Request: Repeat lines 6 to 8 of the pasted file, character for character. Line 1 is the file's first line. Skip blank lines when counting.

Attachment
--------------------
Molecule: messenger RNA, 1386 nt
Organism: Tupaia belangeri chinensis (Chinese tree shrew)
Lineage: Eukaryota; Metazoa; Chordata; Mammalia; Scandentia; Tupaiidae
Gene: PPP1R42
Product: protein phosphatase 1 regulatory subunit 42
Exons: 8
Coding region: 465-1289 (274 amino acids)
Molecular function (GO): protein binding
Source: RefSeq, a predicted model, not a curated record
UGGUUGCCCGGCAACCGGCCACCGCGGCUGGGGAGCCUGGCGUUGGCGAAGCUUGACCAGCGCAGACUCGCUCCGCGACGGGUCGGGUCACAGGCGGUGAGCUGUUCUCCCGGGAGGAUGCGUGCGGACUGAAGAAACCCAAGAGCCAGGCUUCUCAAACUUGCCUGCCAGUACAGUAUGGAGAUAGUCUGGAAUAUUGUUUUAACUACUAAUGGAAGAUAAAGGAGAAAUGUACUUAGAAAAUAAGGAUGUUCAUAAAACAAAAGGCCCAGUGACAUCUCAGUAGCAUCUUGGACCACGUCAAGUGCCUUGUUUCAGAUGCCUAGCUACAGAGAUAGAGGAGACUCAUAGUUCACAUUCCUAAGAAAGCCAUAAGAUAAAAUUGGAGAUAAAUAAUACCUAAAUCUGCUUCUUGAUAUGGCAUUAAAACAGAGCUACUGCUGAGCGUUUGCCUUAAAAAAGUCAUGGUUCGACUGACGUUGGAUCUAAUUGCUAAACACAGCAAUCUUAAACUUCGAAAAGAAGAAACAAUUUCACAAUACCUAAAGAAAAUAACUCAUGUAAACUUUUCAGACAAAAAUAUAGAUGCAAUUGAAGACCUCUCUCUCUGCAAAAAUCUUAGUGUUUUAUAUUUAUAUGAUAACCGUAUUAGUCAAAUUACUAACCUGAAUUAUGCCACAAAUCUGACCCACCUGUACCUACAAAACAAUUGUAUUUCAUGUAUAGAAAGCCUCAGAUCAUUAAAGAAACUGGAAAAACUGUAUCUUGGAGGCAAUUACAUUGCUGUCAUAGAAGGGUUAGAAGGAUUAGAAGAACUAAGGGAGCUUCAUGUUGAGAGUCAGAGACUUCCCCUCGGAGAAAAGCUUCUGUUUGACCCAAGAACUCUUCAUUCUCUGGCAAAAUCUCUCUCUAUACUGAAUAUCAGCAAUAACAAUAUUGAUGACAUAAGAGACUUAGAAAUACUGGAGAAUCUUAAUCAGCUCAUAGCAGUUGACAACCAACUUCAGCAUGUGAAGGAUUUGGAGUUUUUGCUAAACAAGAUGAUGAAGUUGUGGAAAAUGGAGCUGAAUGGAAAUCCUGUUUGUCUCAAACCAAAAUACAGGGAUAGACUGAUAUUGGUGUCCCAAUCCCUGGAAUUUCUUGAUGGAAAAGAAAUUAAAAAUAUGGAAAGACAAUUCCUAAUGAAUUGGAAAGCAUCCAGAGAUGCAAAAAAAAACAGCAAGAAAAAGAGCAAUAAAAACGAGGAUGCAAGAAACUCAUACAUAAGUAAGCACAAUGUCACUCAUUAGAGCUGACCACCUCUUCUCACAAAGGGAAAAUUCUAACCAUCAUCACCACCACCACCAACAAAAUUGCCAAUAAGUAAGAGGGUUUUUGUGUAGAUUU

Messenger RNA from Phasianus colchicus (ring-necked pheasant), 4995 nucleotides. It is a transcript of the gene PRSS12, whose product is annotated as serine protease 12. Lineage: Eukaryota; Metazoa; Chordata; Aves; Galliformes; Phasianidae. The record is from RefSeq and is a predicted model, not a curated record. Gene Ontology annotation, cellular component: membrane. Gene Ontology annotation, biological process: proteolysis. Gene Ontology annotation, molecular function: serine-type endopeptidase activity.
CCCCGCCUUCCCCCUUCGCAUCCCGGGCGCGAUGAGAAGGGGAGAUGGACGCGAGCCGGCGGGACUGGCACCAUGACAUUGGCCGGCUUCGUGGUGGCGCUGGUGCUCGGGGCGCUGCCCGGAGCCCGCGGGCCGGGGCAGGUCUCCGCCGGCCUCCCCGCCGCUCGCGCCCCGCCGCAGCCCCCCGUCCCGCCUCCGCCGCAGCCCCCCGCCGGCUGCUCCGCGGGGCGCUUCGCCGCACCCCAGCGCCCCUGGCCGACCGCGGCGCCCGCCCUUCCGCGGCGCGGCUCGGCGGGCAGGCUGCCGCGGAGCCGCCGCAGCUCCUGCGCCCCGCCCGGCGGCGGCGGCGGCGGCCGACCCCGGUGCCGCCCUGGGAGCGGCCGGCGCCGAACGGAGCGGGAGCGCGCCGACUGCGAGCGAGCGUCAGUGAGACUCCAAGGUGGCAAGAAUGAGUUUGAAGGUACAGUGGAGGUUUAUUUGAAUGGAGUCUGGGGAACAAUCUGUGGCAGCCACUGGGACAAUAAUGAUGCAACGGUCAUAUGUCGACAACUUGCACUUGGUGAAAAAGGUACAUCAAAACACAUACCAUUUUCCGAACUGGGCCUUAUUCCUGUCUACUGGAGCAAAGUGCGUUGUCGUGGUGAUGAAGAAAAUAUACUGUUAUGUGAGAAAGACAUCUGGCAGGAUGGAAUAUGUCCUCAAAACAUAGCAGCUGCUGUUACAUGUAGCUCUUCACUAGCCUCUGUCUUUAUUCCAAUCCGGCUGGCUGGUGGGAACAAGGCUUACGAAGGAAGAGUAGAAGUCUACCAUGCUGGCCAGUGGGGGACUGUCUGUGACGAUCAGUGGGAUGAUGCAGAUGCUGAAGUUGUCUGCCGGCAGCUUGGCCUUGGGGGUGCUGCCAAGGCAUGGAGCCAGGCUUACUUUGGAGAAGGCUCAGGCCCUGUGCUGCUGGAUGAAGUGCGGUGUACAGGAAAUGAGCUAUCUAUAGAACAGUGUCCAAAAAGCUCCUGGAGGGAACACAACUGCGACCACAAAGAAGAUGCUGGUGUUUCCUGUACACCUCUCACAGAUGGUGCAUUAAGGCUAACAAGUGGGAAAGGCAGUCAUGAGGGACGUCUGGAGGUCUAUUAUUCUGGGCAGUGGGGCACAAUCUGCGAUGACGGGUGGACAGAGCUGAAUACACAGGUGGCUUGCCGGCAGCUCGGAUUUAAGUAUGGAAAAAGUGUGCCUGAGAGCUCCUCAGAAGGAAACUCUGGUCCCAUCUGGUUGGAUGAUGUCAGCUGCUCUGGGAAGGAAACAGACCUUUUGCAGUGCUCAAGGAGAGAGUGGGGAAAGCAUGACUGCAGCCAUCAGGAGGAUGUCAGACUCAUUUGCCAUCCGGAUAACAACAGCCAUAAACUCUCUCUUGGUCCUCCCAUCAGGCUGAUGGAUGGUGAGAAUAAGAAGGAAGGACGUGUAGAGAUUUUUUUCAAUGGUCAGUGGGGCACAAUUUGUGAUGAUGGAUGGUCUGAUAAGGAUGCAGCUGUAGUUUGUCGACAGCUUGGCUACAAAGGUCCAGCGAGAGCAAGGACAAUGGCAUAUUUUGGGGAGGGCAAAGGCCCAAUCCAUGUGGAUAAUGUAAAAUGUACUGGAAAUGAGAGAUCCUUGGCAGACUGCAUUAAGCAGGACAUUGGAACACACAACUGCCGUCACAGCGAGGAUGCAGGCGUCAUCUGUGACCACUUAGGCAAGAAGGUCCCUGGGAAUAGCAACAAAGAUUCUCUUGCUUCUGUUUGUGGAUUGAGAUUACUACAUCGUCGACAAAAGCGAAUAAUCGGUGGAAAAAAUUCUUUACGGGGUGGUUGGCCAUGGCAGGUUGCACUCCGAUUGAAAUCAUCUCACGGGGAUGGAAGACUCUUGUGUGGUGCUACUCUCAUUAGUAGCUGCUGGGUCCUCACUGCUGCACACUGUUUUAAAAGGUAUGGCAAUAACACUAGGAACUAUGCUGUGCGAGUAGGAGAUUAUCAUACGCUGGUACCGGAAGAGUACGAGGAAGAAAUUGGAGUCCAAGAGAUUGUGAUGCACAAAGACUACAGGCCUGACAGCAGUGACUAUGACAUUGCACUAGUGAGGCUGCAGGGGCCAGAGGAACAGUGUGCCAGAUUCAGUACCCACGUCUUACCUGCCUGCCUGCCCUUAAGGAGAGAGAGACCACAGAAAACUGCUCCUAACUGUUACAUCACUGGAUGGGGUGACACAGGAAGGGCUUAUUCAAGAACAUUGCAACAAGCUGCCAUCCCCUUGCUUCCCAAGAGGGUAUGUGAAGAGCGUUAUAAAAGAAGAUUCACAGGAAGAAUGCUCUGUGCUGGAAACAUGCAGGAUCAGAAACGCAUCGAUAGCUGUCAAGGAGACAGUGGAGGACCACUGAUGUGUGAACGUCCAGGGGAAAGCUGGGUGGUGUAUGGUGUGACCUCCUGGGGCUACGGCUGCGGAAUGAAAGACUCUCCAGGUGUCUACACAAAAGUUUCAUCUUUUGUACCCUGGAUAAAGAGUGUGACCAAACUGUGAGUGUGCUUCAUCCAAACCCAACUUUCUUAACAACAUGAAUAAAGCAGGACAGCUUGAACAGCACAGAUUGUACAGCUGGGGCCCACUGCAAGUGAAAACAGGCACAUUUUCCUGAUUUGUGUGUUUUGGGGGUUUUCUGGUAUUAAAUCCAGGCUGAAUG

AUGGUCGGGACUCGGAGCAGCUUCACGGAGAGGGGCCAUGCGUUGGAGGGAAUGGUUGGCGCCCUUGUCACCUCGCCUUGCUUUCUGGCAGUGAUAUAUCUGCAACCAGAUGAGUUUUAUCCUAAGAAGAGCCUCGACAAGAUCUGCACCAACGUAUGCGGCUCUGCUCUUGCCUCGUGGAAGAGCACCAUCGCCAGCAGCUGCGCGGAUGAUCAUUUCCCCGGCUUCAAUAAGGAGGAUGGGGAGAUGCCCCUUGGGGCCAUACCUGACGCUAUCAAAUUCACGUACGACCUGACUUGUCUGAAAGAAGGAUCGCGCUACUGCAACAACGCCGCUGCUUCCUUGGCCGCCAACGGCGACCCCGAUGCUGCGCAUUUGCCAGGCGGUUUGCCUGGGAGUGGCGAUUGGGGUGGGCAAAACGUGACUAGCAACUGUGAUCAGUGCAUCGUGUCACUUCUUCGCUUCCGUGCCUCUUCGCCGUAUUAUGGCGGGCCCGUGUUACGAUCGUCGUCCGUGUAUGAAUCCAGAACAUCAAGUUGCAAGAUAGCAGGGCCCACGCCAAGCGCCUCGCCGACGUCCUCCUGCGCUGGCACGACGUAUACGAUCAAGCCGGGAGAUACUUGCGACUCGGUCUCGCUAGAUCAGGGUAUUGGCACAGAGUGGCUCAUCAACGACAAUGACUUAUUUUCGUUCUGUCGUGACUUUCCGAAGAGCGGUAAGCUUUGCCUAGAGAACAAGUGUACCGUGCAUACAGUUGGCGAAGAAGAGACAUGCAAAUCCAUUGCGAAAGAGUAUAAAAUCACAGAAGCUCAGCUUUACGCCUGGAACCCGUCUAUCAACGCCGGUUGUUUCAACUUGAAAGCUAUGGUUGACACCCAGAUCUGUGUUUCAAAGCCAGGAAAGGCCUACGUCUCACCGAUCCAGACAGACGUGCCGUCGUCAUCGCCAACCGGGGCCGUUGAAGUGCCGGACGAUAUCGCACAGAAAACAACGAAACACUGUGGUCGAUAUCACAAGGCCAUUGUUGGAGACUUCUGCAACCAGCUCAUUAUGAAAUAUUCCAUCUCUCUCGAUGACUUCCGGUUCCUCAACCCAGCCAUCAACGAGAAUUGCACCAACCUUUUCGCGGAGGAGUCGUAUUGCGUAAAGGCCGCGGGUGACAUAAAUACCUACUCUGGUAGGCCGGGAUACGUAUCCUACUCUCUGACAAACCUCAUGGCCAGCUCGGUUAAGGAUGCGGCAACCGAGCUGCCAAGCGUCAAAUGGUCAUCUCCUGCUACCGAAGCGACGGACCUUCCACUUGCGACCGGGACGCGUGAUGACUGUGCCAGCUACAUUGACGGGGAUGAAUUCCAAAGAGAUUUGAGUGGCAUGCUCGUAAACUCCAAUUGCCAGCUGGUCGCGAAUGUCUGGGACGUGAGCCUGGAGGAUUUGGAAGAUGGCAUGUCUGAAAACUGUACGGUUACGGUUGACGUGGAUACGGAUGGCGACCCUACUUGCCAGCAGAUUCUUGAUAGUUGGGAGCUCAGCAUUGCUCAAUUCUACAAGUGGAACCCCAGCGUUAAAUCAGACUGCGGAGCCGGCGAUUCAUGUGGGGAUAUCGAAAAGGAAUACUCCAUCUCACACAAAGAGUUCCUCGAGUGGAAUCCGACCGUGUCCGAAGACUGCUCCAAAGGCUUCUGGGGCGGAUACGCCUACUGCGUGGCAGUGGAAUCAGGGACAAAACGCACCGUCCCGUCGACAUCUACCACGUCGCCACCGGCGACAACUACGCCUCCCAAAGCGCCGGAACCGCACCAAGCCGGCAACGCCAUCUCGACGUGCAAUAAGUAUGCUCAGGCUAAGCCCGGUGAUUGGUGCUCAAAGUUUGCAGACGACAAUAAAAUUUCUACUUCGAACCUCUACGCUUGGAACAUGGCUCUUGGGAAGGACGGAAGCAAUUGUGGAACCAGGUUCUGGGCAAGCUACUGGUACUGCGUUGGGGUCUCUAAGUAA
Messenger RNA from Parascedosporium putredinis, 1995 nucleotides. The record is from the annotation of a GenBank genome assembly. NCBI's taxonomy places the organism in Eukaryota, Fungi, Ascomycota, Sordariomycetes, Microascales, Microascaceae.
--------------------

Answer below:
Exons: 8
Coding region: 465-1289 (274 amino acids)
Molecular function (GO): protein binding